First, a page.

Inconsistencies In Accounts Receivable

When there are excessive or unexplained cash transactions, unreconciled bank statements, or an unusual increase in reimbursements, your company may be a victim of fraud.

Receiving Tips

According to a 2018 Report To The Nations by the ACFE, 40% of occupational fraud cases were detected after receiving a tip from whistleblowers. As such, it is worth taking all whistleblower tips seriously even if they are submitted through the company’s anonymous reporting system.

Why Does Employee Fraud Happen

According to the National Association of Certified Valuators and Analysts, there are four common factors that create the ideal events for fraudulent activities.

  • If the company has inadequate or ineffective internal controls. This is often seen in small businesses as they have fewer controls to prevent fraud or handle employee theft.
  • Employees committing fraud would invent justifications to rationalize their crimes
  • Employees suffering from external threats or pressures, such as personal debt or credit problems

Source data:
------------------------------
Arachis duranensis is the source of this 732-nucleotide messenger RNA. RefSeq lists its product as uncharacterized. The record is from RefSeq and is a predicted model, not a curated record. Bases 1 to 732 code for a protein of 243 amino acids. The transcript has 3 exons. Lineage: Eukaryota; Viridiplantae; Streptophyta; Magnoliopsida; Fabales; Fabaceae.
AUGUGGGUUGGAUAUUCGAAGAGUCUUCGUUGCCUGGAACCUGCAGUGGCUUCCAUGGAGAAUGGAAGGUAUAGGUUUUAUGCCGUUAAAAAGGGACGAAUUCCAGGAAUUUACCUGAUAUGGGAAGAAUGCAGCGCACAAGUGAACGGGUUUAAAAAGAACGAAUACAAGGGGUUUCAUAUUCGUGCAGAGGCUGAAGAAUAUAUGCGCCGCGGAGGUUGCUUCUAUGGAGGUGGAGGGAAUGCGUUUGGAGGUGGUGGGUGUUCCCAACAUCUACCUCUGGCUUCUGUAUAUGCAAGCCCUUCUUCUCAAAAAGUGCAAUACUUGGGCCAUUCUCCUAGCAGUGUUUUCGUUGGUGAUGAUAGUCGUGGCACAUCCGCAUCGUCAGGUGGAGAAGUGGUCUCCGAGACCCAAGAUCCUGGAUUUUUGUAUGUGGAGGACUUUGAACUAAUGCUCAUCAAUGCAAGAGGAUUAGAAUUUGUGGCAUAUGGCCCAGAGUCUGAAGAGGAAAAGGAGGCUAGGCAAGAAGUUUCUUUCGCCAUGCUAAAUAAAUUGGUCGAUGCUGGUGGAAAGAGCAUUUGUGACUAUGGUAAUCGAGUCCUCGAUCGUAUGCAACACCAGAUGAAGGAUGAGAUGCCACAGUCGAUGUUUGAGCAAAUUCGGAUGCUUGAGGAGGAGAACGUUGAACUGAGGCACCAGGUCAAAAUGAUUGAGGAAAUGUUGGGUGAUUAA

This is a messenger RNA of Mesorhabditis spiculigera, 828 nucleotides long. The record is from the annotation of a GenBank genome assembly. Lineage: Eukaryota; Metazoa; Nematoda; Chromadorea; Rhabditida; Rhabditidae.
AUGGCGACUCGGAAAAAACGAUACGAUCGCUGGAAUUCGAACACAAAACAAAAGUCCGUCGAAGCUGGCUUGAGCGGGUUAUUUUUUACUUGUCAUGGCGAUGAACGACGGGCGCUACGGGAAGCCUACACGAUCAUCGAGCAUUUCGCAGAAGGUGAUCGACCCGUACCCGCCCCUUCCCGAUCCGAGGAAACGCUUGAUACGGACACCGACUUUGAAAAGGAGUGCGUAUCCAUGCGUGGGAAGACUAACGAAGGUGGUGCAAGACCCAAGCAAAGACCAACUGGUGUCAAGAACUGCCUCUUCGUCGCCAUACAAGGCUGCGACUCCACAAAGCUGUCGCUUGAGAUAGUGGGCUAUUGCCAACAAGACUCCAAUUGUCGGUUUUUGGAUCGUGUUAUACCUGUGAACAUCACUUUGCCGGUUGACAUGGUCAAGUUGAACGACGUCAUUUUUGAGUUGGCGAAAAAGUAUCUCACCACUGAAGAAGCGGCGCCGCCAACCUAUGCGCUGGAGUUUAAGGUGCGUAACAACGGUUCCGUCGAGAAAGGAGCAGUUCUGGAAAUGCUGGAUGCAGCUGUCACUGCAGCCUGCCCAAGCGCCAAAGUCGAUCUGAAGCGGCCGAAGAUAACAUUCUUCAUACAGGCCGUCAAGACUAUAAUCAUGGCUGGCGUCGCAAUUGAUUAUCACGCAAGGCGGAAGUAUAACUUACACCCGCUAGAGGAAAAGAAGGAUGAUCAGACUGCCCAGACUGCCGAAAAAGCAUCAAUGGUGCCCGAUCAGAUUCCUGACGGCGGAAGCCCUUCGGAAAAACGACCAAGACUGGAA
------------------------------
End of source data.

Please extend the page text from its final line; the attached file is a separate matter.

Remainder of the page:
• To pull off a fraud scheme, the employee should have patience and access to sensitive information

How To Deter Theft In The Workplace

As mentioned above, employee fraud can happen to any business and may lead to the failure or closure of the company if kept unchecked.

There are a number of things you can do to prevent employee fraud, including:

  1. Building a culture of ownership

When you create an employee equity scheme, you are giving your teams the power to build their own roadmaps and goals for the company. This makes employees feel heard and valued, which in turn fosters their trust in the company.

  1. Consider automating processes

When you use digital tools to automate manual processes, you are not only saving time and effort, but you are also reducing the risk of human errors.

  1. Choose tools that promote transparency

When you hand out shared credit cards, it makes it harder for your team to find out who spent what and how much. Moving away from shared tools and processes helps increase visibility, giving you access to real-time data and information on where company funds went.